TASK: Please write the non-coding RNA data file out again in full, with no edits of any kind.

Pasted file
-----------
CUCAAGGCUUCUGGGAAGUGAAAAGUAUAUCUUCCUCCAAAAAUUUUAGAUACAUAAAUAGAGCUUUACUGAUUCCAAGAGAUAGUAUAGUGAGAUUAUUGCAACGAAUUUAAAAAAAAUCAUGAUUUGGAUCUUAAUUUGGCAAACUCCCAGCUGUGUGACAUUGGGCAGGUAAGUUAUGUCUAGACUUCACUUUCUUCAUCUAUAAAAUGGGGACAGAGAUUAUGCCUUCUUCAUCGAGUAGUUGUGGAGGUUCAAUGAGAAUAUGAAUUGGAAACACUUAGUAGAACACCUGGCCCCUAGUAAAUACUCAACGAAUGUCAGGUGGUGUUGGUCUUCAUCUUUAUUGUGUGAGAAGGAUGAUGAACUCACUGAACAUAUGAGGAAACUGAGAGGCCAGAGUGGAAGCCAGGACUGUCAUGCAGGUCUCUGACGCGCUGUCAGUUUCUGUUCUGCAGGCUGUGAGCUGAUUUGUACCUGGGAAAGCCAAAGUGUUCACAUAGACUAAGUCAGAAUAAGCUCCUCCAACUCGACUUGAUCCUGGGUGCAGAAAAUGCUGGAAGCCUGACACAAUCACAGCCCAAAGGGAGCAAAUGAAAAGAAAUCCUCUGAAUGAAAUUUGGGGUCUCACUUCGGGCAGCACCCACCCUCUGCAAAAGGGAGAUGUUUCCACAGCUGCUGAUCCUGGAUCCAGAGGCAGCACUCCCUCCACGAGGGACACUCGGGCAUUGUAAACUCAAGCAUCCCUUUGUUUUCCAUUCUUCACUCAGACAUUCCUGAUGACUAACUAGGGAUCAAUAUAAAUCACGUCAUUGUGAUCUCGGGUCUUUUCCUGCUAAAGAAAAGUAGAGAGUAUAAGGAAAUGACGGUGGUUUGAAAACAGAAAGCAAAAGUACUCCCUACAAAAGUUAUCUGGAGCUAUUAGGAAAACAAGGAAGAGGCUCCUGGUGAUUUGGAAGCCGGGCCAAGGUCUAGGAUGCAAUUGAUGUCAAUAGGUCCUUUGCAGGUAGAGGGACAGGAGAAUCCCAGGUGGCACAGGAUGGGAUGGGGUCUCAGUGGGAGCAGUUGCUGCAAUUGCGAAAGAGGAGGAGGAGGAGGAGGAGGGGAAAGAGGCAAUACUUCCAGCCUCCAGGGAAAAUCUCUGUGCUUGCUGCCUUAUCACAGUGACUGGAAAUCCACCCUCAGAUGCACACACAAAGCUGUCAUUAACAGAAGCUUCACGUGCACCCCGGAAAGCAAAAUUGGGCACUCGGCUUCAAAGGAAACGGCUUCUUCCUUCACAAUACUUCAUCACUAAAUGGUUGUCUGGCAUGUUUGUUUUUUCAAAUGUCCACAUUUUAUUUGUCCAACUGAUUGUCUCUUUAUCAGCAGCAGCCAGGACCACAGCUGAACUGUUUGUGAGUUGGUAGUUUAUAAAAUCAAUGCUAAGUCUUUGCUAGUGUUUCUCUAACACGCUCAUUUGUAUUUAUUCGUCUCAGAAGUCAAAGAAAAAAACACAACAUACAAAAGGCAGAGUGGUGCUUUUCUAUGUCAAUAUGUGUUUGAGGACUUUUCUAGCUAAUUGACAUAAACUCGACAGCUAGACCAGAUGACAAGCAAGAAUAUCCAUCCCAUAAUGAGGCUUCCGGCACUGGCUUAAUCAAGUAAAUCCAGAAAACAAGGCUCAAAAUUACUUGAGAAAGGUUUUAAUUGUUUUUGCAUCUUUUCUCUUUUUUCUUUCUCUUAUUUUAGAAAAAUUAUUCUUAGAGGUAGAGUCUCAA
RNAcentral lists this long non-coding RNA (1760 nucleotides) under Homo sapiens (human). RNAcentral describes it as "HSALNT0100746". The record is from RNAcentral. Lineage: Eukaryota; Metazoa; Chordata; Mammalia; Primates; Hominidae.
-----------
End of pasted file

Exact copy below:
CUCAAGGCUUCUGGGAAGUGAAAAGUAUAUCUUCCUCCAAAAAUUUUAGAUACAUAAAUAGAGCUUUACUGAUUCCAAGAGAUAGUAUAGUGAGAUUAUUGCAACGAAUUUAAAAAAAAUCAUGAUUUGGAUCUUAAUUUGGCAAACUCCCAGCUGUGUGACAUUGGGCAGGUAAGUUAUGUCUAGACUUCACUUUCUUCAUCUAUAAAAUGGGGACAGAGAUUAUGCCUUCUUCAUCGAGUAGUUGUGGAGGUUCAAUGAGAAUAUGAAUUGGAAACACUUAGUAGAACACCUGGCCCCUAGUAAAUACUCAACGAAUGUCAGGUGGUGUUGGUCUUCAUCUUUAUUGUGUGAGAAGGAUGAUGAACUCACUGAACAUAUGAGGAAACUGAGAGGCCAGAGUGGAAGCCAGGACUGUCAUGCAGGUCUCUGACGCGCUGUCAGUUUCUGUUCUGCAGGCUGUGAGCUGAUUUGUACCUGGGAAAGCCAAAGUGUUCACAUAGACUAAGUCAGAAUAAGCUCCUCCAACUCGACUUGAUCCUGGGUGCAGAAAAUGCUGGAAGCCUGACACAAUCACAGCCCAAAGGGAGCAAAUGAAAAGAAAUCCUCUGAAUGAAAUUUGGGGUCUCACUUCGGGCAGCACCCACCCUCUGCAAAAGGGAGAUGUUUCCACAGCUGCUGAUCCUGGAUCCAGAGGCAGCACUCCCUCCACGAGGGACACUCGGGCAUUGUAAACUCAAGCAUCCCUUUGUUUUCCAUUCUUCACUCAGACAUUCCUGAUGACUAACUAGGGAUCAAUAUAAAUCACGUCAUUGUGAUCUCGGGUCUUUUCCUGCUAAAGAAAAGUAGAGAGUAUAAGGAAAUGACGGUGGUUUGAAAACAGAAAGCAAAAGUACUCCCUACAAAAGUUAUCUGGAGCUAUUAGGAAAACAAGGAAGAGGCUCCUGGUGAUUUGGAAGCCGGGCCAAGGUCUAGGAUGCAAUUGAUGUCAAUAGGUCCUUUGCAGGUAGAGGGACAGGAGAAUCCCAGGUGGCACAGGAUGGGAUGGGGUCUCAGUGGGAGCAGUUGCUGCAAUUGCGAAAGAGGAGGAGGAGGAGGAGGAGGGGAAAGAGGCAAUACUUCCAGCCUCCAGGGAAAAUCUCUGUGCUUGCUGCCUUAUCACAGUGACUGGAAAUCCACCCUCAGAUGCACACACAAAGCUGUCAUUAACAGAAGCUUCACGUGCACCCCGGAAAGCAAAAUUGGGCACUCGGCUUCAAAGGAAACGGCUUCUUCCUUCACAAUACUUCAUCACUAAAUGGUUGUCUGGCAUGUUUGUUUUUUCAAAUGUCCACAUUUUAUUUGUCCAACUGAUUGUCUCUUUAUCAGCAGCAGCCAGGACCACAGCUGAACUGUUUGUGAGUUGGUAGUUUAUAAAAUCAAUGCUAAGUCUUUGCUAGUGUUUCUCUAACACGCUCAUUUGUAUUUAUUCGUCUCAGAAGUCAAAGAAAAAAACACAACAUACAAAAGGCAGAGUGGUGCUUUUCUAUGUCAAUAUGUGUUUGAGGACUUUUCUAGCUAAUUGACAUAAACUCGACAGCUAGACCAGAUGACAAGCAAGAAUAUCCAUCCCAUAAUGAGGCUUCCGGCACUGGCUUAAUCAAGUAAAUCCAGAAAACAAGGCUCAAAAUUACUUGAGAAAGGUUUUAAUUGUUUUUGCAUCUUUUCUCUUUUUUCUUUCUCUUAUUUUAGAAAAAUUAUUCUUAGAGGUAGAGUCUCAA
RNAcentral lists this long non-coding RNA (1760 nucleotides) under Homo sapiens (human). RNAcentral describes it as "HSALNT0100746". The record is from RNAcentral. Lineage: Eukaryota; Metazoa; Chordata; Mammalia; Primates; Hominidae.